With respect to serial section slide 1210, it is to be assumed that sample 214 is placed in an acceptable orientation on microscope slide 212. Note that in FIGS. 2B and 2C, sample 224 and sample 234 are rotated to the right, with respect to sample 214. It is to be assumed that both sample 224 and sample 234 were intended to have the same orientation as sample 214 during placement on the slide. Also, sample 234 may be slightly larger than sample 214 and sample 224, as the tissue was stretched during placement on microscope slide 232. Furthermore, it is understood that any particular area of each serial section, such as interesting area 216, also will be misoriented across each sample.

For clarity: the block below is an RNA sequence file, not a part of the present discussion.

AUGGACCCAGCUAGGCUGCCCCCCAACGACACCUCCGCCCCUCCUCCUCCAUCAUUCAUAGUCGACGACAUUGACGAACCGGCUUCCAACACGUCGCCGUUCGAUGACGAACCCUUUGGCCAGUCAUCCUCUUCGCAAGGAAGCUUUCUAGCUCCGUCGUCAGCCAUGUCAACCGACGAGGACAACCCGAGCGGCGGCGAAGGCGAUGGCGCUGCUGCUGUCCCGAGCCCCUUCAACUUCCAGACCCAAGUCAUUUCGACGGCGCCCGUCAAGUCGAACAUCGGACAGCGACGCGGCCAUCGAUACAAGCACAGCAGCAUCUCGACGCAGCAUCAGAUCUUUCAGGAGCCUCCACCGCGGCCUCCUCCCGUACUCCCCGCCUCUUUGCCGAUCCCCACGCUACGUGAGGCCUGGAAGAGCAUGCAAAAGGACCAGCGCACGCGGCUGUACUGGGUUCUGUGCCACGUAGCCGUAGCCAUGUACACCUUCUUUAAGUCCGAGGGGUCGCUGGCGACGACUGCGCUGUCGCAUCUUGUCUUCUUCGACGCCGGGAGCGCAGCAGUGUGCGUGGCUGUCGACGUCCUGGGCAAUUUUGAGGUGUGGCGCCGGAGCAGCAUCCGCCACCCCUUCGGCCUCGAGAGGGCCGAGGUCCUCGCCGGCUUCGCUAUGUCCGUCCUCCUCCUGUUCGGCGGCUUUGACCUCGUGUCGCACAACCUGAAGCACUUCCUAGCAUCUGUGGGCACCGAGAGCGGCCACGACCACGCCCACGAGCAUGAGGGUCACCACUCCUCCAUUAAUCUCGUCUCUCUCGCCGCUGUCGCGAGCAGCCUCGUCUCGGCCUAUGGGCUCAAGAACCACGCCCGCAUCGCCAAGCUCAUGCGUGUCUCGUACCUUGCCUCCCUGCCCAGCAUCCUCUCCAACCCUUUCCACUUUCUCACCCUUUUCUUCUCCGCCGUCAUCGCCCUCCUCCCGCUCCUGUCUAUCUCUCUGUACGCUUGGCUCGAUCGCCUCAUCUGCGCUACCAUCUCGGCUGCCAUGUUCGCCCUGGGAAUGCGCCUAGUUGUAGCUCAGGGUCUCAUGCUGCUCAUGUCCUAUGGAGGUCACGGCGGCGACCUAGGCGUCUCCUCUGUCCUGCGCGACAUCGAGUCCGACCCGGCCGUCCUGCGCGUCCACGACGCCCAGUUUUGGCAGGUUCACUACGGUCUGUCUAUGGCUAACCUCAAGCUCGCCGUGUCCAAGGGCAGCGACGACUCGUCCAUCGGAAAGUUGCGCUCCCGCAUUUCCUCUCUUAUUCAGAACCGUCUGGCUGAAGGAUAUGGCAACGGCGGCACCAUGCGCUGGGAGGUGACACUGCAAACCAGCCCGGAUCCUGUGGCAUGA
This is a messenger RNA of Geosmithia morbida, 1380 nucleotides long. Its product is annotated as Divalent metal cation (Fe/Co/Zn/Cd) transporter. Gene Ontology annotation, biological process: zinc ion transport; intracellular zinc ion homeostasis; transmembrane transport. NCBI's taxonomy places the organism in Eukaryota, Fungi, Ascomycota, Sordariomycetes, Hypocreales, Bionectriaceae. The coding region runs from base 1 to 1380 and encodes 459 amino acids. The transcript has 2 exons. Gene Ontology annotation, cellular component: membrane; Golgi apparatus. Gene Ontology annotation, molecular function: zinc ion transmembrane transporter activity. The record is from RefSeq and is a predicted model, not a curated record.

FIG. 3 illustrates a projection from a reference slide to a projection slide by use of a precalculated transform. A reference image 310 and a projection image 312 are shown, which represent two images of serial section slides taken by microscope imaging system 100. Reference image 310 and projection image 312 show a sample 314 and a sample 316, respectively, which are representative of two different serial section target specimens in a batch of serial section slides. An interesting area 318 may be determined by a user, such as a pathologist or clinician, who is reviewing a reference image 310, or by an algorithm running on microscope imaging system 100 and represents a region of sample 314 that has importance, such as diagnostic significance. Note that interesting area 318 is outlined by microscope imaging system 100 by use of a series of transform points 320. Transform points 320 represent the minimum number of locations along interesting area 318 necessary for calculating the actual outline of interesting area 318, and the number will vary depending on its shape. With respect to FIG. 3, six transform points are illustrated. A series of transformation axes 322 represent precalculated transforms, to which each transform point 320 should be projected, in order to find the same area on projection image 312. The resulting transform points are represented as a series of transform points 324, and the resulting projection is represented as a projected interesting area 326 on projection image 312. The preferred method for calculating the transformation of axes and for projecting an interesting area is described in more detail in reference to FIGS. 4 and 5.